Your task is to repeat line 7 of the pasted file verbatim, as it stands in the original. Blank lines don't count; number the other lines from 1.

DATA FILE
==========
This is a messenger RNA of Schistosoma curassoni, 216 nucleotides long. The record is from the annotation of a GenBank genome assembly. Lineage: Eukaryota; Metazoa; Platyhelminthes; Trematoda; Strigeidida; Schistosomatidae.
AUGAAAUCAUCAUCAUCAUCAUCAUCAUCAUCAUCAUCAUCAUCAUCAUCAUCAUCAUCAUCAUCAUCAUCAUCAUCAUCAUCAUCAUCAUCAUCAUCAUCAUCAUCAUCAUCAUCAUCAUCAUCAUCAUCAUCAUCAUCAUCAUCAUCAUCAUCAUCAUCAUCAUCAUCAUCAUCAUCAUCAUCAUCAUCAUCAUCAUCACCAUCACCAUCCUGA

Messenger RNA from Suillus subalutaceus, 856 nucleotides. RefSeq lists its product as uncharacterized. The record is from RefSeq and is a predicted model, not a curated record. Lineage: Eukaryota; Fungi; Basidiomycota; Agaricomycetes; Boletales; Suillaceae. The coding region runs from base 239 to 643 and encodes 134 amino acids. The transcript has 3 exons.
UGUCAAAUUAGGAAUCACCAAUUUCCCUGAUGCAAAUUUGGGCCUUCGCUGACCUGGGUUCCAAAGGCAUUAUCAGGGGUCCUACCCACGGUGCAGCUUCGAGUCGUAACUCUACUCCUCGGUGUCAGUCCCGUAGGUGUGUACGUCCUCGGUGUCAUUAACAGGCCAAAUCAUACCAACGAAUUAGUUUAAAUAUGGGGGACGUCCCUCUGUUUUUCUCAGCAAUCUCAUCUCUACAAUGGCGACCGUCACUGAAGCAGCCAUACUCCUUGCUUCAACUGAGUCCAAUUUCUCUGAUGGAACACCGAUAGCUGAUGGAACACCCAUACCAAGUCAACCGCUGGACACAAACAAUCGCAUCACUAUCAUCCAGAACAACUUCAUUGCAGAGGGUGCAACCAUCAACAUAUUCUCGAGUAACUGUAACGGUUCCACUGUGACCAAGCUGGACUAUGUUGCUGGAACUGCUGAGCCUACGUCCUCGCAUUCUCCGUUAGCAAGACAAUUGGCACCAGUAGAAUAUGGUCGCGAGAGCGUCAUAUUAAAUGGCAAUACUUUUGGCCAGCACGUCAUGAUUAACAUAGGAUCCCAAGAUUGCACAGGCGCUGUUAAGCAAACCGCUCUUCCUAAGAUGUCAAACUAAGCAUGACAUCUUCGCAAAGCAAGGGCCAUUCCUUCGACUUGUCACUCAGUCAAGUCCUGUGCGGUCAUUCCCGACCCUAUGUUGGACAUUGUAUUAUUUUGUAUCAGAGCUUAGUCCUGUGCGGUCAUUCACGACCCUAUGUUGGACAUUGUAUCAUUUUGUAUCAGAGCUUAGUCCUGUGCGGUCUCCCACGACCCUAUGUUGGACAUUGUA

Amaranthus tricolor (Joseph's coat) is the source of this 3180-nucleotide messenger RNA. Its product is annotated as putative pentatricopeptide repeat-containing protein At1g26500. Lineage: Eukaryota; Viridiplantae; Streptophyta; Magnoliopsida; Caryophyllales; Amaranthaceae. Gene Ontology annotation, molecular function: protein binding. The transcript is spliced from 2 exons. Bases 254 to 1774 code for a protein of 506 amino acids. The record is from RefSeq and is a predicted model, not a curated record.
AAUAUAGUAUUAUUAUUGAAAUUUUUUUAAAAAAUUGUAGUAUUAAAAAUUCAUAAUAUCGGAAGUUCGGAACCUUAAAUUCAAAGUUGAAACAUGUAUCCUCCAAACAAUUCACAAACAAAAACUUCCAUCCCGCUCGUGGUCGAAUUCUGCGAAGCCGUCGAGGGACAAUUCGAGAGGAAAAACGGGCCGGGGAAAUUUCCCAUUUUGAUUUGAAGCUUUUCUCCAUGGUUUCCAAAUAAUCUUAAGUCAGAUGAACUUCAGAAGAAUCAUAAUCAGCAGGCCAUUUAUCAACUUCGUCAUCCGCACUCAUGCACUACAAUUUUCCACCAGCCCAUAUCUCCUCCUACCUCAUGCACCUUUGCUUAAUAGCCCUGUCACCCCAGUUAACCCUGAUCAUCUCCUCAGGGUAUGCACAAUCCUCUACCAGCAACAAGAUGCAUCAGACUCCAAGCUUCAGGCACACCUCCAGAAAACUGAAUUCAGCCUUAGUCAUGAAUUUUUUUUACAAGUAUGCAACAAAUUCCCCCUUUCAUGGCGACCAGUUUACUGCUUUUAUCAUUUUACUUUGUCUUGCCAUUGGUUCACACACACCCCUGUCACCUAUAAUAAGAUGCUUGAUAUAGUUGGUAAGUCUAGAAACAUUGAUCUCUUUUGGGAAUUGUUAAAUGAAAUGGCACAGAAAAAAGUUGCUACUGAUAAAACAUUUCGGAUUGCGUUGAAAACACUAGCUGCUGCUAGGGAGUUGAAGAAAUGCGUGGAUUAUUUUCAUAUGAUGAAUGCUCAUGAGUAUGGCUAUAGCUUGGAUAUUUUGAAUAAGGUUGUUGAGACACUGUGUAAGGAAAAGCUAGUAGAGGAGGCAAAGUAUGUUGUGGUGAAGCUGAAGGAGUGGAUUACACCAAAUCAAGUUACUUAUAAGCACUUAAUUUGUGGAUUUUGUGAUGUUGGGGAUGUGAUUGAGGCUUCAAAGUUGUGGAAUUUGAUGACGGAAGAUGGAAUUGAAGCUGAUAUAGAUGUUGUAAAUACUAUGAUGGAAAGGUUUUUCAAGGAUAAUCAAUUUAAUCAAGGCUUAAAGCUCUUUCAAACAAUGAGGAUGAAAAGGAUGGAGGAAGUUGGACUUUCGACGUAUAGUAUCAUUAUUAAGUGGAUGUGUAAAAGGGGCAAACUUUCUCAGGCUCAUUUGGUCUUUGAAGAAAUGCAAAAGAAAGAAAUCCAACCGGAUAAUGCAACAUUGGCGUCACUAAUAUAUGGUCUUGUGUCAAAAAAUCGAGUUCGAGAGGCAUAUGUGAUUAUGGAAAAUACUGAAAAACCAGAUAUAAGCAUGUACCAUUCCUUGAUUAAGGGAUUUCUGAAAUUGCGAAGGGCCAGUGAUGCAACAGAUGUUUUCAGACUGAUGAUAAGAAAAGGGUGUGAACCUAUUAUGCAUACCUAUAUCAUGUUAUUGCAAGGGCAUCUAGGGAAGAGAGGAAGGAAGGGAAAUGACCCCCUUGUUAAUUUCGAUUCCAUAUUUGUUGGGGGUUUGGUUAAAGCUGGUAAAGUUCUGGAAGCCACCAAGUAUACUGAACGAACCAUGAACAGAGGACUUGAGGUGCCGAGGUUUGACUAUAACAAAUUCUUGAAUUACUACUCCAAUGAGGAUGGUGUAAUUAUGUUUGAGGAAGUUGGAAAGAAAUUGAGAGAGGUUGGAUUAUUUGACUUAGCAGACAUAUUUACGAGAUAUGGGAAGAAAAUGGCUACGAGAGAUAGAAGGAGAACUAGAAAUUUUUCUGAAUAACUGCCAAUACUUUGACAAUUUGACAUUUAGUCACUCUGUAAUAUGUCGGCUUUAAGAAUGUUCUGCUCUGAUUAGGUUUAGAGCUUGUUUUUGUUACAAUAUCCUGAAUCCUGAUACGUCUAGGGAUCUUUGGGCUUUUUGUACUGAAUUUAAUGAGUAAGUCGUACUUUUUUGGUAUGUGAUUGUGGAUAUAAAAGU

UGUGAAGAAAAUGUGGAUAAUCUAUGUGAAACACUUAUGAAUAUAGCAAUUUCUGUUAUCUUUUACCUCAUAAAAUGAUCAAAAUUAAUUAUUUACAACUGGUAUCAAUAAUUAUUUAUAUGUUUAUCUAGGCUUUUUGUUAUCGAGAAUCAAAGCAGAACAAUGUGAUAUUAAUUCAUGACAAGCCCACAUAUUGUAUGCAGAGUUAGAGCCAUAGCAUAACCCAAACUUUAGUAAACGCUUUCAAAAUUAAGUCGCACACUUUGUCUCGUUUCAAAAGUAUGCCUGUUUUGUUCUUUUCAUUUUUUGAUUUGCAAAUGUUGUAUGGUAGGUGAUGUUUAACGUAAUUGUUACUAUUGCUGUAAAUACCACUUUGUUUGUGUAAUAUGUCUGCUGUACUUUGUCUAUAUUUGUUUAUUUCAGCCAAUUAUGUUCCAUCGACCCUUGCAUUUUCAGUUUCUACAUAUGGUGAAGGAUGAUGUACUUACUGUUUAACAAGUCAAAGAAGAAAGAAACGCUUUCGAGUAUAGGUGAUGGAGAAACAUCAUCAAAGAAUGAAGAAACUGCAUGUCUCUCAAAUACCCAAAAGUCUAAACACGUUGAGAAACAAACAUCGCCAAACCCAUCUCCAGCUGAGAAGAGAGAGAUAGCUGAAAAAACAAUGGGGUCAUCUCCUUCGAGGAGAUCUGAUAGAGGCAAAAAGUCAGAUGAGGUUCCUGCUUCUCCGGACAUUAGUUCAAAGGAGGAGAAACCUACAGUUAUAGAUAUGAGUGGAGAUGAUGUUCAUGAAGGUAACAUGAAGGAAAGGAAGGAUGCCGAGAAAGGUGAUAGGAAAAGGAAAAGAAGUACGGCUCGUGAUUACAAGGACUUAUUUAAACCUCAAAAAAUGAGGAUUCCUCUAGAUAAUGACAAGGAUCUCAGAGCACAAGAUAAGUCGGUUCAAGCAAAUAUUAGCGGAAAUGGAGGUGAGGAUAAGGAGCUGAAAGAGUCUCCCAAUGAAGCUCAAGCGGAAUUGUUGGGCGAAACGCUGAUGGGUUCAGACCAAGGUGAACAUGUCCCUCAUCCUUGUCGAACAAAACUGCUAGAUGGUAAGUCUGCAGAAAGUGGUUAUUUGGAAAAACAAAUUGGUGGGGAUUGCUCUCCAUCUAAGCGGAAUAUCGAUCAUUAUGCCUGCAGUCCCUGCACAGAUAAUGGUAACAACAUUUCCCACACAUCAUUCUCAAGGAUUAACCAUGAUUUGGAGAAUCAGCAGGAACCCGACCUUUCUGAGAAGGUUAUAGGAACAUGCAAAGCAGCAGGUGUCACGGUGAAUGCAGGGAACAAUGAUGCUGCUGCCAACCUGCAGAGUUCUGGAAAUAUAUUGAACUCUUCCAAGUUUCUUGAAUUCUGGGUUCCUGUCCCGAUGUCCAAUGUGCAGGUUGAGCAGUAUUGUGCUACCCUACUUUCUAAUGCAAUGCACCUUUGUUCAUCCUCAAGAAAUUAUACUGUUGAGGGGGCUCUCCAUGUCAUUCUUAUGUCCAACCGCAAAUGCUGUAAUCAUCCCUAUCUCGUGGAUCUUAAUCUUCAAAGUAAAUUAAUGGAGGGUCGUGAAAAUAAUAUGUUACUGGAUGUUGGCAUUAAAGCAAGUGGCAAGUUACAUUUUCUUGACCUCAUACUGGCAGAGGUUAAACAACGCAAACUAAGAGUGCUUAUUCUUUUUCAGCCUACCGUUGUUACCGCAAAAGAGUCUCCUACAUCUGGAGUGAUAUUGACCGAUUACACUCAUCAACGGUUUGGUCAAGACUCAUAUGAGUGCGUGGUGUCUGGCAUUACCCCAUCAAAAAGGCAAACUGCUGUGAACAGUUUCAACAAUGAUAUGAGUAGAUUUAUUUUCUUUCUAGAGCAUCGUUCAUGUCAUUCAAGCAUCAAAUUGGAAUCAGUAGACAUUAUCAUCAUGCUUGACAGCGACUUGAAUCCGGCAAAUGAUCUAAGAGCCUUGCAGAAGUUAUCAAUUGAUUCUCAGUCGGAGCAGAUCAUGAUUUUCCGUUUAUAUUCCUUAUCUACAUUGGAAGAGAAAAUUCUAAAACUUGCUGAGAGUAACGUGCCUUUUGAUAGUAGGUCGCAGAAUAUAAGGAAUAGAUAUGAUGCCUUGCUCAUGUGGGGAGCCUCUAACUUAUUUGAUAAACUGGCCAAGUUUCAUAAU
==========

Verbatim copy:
UGUGAAGAAAAUGUGGAUAAUCUAUGUGAAACACUUAUGAAUAUAGCAAUUUCUGUUAUCUUUUACCUCAUAAAAUGAUCAAAAUUAAUUAUUUACAACUGGUAUCAAUAAUUAUUUAUAUGUUUAUCUAGGCUUUUUGUUAUCGAGAAUCAAAGCAGAACAAUGUGAUAUUAAUUCAUGACAAGCCCACAUAUUGUAUGCAGAGUUAGAGCCAUAGCAUAACCCAAACUUUAGUAAACGCUUUCAAAAUUAAGUCGCACACUUUGUCUCGUUUCAAAAGUAUGCCUGUUUUGUUCUUUUCAUUUUUUGAUUUGCAAAUGUUGUAUGGUAGGUGAUGUUUAACGUAAUUGUUACUAUUGCUGUAAAUACCACUUUGUUUGUGUAAUAUGUCUGCUGUACUUUGUCUAUAUUUGUUUAUUUCAGCCAAUUAUGUUCCAUCGACCCUUGCAUUUUCAGUUUCUACAUAUGGUGAAGGAUGAUGUACUUACUGUUUAACAAGUCAAAGAAGAAAGAAACGCUUUCGAGUAUAGGUGAUGGAGAAACAUCAUCAAAGAAUGAAGAAACUGCAUGUCUCUCAAAUACCCAAAAGUCUAAACACGUUGAGAAACAAACAUCGCCAAACCCAUCUCCAGCUGAGAAGAGAGAGAUAGCUGAAAAAACAAUGGGGUCAUCUCCUUCGAGGAGAUCUGAUAGAGGCAAAAAGUCAGAUGAGGUUCCUGCUUCUCCGGACAUUAGUUCAAAGGAGGAGAAACCUACAGUUAUAGAUAUGAGUGGAGAUGAUGUUCAUGAAGGUAACAUGAAGGAAAGGAAGGAUGCCGAGAAAGGUGAUAGGAAAAGGAAAAGAAGUACGGCUCGUGAUUACAAGGACUUAUUUAAACCUCAAAAAAUGAGGAUUCCUCUAGAUAAUGACAAGGAUCUCAGAGCACAAGAUAAGUCGGUUCAAGCAAAUAUUAGCGGAAAUGGAGGUGAGGAUAAGGAGCUGAAAGAGUCUCCCAAUGAAGCUCAAGCGGAAUUGUUGGGCGAAACGCUGAUGGGUUCAGACCAAGGUGAACAUGUCCCUCAUCCUUGUCGAACAAAACUGCUAGAUGGUAAGUCUGCAGAAAGUGGUUAUUUGGAAAAACAAAUUGGUGGGGAUUGCUCUCCAUCUAAGCGGAAUAUCGAUCAUUAUGCCUGCAGUCCCUGCACAGAUAAUGGUAACAACAUUUCCCACACAUCAUUCUCAAGGAUUAACCAUGAUUUGGAGAAUCAGCAGGAACCCGACCUUUCUGAGAAGGUUAUAGGAACAUGCAAAGCAGCAGGUGUCACGGUGAAUGCAGGGAACAAUGAUGCUGCUGCCAACCUGCAGAGUUCUGGAAAUAUAUUGAACUCUUCCAAGUUUCUUGAAUUCUGGGUUCCUGUCCCGAUGUCCAAUGUGCAGGUUGAGCAGUAUUGUGCUACCCUACUUUCUAAUGCAAUGCACCUUUGUUCAUCCUCAAGAAAUUAUACUGUUGAGGGGGCUCUCCAUGUCAUUCUUAUGUCCAACCGCAAAUGCUGUAAUCAUCCCUAUCUCGUGGAUCUUAAUCUUCAAAGUAAAUUAAUGGAGGGUCGUGAAAAUAAUAUGUUACUGGAUGUUGGCAUUAAAGCAAGUGGCAAGUUACAUUUUCUUGACCUCAUACUGGCAGAGGUUAAACAACGCAAACUAAGAGUGCUUAUUCUUUUUCAGCCUACCGUUGUUACCGCAAAAGAGUCUCCUACAUCUGGAGUGAUAUUGACCGAUUACACUCAUCAACGGUUUGGUCAAGACUCAUAUGAGUGCGUGGUGUCUGGCAUUACCCCAUCAAAAAGGCAAACUGCUGUGAACAGUUUCAACAAUGAUAUGAGUAGAUUUAUUUUCUUUCUAGAGCAUCGUUCAUGUCAUUCAAGCAUCAAAUUGGAAUCAGUAGACAUUAUCAUCAUGCUUGACAGCGACUUGAAUCCGGCAAAUGAUCUAAGAGCCUUGCAGAAGUUAUCAAUUGAUUCUCAGUCGGAGCAGAUCAUGAUUUUCCGUUUAUAUUCCUUAUCUACAUUGGAAGAGAAAAUUCUAAAACUUGCUGAGAGUAACGUGCCUUUUGAUAGUAGGUCGCAGAAUAUAAGGAAUAGAUAUGAUGCCUUGCUCAUGUGGGGAGCCUCUAACUUAUUUGAUAAACUGGCCAAGUUUCAUAAU